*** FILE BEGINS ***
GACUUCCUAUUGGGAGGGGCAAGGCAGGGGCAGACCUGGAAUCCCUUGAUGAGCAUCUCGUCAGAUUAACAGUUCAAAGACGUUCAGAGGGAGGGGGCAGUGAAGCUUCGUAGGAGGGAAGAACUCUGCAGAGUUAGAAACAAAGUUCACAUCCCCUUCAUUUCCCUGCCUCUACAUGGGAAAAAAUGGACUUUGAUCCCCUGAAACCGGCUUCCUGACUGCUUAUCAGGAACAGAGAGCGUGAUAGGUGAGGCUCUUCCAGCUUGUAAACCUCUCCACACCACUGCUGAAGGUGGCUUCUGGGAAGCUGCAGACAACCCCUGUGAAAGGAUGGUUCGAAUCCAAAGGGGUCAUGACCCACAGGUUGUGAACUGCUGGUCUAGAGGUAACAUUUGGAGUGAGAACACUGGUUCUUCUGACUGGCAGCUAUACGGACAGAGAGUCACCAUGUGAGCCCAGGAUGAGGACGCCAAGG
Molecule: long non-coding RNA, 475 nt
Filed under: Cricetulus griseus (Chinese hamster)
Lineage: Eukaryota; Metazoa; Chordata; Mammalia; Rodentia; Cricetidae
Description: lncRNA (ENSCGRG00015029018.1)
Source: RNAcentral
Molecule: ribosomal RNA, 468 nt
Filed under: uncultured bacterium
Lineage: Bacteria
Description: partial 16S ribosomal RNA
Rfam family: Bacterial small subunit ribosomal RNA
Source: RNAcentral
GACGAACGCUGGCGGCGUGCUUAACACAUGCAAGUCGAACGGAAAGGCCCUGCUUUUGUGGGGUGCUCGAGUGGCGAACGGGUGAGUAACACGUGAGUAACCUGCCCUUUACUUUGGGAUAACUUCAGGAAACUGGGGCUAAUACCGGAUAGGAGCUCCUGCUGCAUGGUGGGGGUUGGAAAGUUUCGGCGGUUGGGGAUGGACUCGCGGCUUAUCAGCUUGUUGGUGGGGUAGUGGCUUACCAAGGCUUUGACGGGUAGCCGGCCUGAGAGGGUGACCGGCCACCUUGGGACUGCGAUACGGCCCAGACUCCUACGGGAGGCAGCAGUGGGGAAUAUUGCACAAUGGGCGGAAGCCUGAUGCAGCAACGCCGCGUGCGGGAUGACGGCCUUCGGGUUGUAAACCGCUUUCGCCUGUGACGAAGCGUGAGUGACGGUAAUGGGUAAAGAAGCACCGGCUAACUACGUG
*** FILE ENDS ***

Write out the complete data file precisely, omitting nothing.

GACUUCCUAUUGGGAGGGGCAAGGCAGGGGCAGACCUGGAAUCCCUUGAUGAGCAUCUCGUCAGAUUAACAGUUCAAAGACGUUCAGAGGGAGGGGGCAGUGAAGCUUCGUAGGAGGGAAGAACUCUGCAGAGUUAGAAACAAAGUUCACAUCCCCUUCAUUUCCCUGCCUCUACAUGGGAAAAAAUGGACUUUGAUCCCCUGAAACCGGCUUCCUGACUGCUUAUCAGGAACAGAGAGCGUGAUAGGUGAGGCUCUUCCAGCUUGUAAACCUCUCCACACCACUGCUGAAGGUGGCUUCUGGGAAGCUGCAGACAACCCCUGUGAAAGGAUGGUUCGAAUCCAAAGGGGUCAUGACCCACAGGUUGUGAACUGCUGGUCUAGAGGUAACAUUUGGAGUGAGAACACUGGUUCUUCUGACUGGCAGCUAUACGGACAGAGAGUCACCAUGUGAGCCCAGGAUGAGGACGCCAAGG
Molecule: long non-coding RNA, 475 nt
Filed under: Cricetulus griseus (Chinese hamster)
Lineage: Eukaryota; Metazoa; Chordata; Mammalia; Rodentia; Cricetidae
Description: lncRNA (ENSCGRG00015029018.1)
Source: RNAcentral
Molecule: ribosomal RNA, 468 nt
Filed under: uncultured bacterium
Lineage: Bacteria
Description: partial 16S ribosomal RNA
Rfam family: Bacterial small subunit ribosomal RNA
Source: RNAcentral
GACGAACGCUGGCGGCGUGCUUAACACAUGCAAGUCGAACGGAAAGGCCCUGCUUUUGUGGGGUGCUCGAGUGGCGAACGGGUGAGUAACACGUGAGUAACCUGCCCUUUACUUUGGGAUAACUUCAGGAAACUGGGGCUAAUACCGGAUAGGAGCUCCUGCUGCAUGGUGGGGGUUGGAAAGUUUCGGCGGUUGGGGAUGGACUCGCGGCUUAUCAGCUUGUUGGUGGGGUAGUGGCUUACCAAGGCUUUGACGGGUAGCCGGCCUGAGAGGGUGACCGGCCACCUUGGGACUGCGAUACGGCCCAGACUCCUACGGGAGGCAGCAGUGGGGAAUAUUGCACAAUGGGCGGAAGCCUGAUGCAGCAACGCCGCGUGCGGGAUGACGGCCUUCGGGUUGUAAACCGCUUUCGCCUGUGACGAAGCGUGAGUGACGGUAAUGGGUAAAGAAGCACCGGCUAACUACGUG